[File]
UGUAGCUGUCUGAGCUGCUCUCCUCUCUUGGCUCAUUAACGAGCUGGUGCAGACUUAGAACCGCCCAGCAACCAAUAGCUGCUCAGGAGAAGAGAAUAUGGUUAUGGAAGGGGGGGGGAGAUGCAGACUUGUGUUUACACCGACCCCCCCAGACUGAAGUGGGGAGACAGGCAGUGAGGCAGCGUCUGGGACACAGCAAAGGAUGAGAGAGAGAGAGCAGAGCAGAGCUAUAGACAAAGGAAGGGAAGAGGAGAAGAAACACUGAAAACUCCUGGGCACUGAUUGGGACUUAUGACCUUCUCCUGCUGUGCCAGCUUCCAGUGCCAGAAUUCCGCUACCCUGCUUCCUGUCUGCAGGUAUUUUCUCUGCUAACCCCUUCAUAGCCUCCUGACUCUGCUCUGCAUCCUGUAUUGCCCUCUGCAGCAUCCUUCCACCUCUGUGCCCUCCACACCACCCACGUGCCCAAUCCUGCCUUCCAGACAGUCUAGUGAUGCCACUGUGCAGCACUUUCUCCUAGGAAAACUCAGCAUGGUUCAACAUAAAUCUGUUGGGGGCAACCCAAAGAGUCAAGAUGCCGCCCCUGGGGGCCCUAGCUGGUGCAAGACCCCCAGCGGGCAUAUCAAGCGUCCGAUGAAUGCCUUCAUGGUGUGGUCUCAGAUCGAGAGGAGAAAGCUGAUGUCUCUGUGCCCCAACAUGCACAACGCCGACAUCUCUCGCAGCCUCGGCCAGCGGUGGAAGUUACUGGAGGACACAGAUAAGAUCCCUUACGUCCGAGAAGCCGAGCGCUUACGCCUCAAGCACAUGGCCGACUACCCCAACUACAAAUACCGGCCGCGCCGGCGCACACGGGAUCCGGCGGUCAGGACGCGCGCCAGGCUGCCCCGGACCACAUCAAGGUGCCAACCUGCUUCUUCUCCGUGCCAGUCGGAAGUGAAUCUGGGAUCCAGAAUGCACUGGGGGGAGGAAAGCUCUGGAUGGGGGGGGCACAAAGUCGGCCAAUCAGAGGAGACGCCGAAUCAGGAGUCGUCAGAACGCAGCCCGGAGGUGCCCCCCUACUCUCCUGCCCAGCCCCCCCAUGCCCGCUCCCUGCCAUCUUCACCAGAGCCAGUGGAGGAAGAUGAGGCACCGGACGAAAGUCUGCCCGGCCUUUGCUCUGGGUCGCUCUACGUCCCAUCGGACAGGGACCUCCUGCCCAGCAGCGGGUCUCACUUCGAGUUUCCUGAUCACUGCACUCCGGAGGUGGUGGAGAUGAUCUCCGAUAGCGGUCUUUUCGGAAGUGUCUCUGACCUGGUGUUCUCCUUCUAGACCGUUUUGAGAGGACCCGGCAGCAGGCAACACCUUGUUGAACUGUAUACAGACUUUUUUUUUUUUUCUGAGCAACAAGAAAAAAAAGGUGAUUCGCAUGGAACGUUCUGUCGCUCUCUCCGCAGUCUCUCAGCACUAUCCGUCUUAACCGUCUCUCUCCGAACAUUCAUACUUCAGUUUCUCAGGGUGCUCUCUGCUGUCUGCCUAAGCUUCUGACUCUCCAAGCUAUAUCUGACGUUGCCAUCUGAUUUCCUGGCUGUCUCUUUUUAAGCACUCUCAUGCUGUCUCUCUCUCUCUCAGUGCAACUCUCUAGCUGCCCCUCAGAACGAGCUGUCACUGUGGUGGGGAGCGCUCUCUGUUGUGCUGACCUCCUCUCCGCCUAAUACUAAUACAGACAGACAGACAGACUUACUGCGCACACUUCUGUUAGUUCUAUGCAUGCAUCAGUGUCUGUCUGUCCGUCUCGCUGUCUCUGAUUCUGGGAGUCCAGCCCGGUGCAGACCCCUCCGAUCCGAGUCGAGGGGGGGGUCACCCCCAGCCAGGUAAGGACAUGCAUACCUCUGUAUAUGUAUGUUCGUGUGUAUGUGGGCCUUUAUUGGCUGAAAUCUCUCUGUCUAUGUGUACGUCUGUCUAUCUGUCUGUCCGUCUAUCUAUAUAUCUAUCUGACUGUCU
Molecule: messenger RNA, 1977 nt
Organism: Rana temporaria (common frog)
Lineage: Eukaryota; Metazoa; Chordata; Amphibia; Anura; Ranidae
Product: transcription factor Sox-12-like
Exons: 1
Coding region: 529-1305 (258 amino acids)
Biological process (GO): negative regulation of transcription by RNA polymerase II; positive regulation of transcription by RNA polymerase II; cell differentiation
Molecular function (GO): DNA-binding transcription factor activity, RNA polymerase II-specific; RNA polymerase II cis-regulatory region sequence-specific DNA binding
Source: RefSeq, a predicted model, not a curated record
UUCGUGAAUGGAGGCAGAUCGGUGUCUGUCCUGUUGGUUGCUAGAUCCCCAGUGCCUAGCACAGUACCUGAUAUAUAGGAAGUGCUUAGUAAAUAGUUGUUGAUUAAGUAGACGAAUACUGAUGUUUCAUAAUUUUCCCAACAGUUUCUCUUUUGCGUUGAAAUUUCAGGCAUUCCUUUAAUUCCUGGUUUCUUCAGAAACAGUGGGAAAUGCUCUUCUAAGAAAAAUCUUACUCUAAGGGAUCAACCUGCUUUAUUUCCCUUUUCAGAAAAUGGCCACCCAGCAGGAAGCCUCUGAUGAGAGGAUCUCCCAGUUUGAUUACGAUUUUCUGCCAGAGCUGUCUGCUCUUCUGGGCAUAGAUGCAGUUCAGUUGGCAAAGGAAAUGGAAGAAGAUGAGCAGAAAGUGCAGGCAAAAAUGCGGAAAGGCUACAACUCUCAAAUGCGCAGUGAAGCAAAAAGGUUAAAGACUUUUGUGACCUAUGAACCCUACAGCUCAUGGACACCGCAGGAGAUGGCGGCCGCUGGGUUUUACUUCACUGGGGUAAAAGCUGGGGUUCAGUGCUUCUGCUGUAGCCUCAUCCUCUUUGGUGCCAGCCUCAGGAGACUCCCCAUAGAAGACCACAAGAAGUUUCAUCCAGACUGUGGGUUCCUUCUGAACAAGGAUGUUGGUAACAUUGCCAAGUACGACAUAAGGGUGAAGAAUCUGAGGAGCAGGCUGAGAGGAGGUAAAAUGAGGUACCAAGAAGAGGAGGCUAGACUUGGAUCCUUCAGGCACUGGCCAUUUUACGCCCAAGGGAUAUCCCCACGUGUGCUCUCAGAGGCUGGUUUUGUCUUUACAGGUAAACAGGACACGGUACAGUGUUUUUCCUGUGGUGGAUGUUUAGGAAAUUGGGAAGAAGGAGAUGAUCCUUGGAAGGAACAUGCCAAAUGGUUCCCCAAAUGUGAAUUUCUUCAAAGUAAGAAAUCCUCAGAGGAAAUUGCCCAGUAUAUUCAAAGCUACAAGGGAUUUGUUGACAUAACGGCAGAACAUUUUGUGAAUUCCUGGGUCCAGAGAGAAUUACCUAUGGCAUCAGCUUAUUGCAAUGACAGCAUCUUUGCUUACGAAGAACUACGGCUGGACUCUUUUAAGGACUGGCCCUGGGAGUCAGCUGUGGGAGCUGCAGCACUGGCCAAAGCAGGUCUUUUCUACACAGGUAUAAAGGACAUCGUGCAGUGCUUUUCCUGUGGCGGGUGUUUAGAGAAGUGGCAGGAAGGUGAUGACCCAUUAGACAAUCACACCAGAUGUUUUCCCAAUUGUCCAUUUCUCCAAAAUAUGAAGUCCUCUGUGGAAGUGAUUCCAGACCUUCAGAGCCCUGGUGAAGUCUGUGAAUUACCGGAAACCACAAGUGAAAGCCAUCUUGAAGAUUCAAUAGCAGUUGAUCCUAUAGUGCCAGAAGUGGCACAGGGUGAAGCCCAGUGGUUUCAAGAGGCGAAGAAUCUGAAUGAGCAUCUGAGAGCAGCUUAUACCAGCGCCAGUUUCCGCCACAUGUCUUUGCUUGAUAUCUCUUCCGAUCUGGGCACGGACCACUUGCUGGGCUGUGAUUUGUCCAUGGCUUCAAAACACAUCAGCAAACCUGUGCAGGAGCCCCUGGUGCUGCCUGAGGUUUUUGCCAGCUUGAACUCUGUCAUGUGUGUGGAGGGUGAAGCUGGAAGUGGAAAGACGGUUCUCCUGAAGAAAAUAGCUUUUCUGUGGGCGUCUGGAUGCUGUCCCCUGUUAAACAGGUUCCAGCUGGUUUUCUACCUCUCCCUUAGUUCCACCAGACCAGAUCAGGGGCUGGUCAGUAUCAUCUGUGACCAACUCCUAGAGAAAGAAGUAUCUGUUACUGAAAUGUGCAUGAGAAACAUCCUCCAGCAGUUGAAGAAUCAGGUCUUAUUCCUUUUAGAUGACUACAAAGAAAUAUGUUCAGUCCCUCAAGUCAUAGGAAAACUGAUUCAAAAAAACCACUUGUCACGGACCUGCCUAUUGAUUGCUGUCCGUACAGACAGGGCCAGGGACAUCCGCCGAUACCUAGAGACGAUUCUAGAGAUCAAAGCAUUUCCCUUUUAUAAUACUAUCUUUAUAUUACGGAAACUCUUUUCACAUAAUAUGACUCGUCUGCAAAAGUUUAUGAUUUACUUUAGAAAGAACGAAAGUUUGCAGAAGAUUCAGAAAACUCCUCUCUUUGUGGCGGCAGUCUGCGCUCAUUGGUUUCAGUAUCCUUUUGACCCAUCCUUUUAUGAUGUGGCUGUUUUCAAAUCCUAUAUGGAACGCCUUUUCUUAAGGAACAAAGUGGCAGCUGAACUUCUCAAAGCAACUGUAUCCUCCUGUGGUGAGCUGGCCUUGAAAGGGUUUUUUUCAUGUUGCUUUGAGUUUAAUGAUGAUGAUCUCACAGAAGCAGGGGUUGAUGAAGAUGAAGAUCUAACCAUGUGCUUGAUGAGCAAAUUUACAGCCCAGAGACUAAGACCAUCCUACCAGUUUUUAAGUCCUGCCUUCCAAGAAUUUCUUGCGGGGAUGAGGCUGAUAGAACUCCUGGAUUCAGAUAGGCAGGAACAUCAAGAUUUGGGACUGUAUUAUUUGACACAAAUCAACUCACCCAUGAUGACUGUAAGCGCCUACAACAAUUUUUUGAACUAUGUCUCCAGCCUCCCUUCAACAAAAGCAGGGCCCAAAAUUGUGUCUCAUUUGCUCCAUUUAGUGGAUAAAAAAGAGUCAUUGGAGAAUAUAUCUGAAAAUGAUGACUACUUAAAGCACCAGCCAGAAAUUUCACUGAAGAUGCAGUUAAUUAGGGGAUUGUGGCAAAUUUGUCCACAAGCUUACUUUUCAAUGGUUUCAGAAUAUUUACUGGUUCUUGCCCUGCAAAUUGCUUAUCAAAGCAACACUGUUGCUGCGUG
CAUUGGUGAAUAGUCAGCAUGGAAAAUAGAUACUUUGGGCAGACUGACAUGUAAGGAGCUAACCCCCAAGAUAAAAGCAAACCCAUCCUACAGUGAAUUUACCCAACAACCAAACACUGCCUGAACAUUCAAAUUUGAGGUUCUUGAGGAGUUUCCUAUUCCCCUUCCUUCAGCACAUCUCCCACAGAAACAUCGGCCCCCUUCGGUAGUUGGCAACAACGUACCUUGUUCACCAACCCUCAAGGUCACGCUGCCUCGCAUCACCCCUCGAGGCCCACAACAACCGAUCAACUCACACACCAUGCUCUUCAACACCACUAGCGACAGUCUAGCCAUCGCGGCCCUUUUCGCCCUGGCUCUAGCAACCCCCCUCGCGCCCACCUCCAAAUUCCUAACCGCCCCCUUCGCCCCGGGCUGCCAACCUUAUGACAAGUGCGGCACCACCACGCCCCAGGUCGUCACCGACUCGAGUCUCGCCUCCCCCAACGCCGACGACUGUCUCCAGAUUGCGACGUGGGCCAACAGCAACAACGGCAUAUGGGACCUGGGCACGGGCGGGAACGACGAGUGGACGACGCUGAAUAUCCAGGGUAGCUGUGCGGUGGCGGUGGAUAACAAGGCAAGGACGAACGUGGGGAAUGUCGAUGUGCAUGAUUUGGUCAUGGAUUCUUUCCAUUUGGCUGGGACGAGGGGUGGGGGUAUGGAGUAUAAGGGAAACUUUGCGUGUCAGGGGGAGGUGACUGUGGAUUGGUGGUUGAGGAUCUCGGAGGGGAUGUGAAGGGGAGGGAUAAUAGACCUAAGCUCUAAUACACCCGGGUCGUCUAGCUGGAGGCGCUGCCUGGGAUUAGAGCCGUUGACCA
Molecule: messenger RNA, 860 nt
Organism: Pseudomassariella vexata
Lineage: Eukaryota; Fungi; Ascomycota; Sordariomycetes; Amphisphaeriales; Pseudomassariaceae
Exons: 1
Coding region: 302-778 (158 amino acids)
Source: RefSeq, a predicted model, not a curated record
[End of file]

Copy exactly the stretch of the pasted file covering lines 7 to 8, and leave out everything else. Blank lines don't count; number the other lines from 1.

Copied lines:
Coding region: 529-1305 (258 amino acids)
Biological process (GO): negative regulation of transcription by RNA polymerase II; positive regulation of transcription by RNA polymerase II; cell differentiation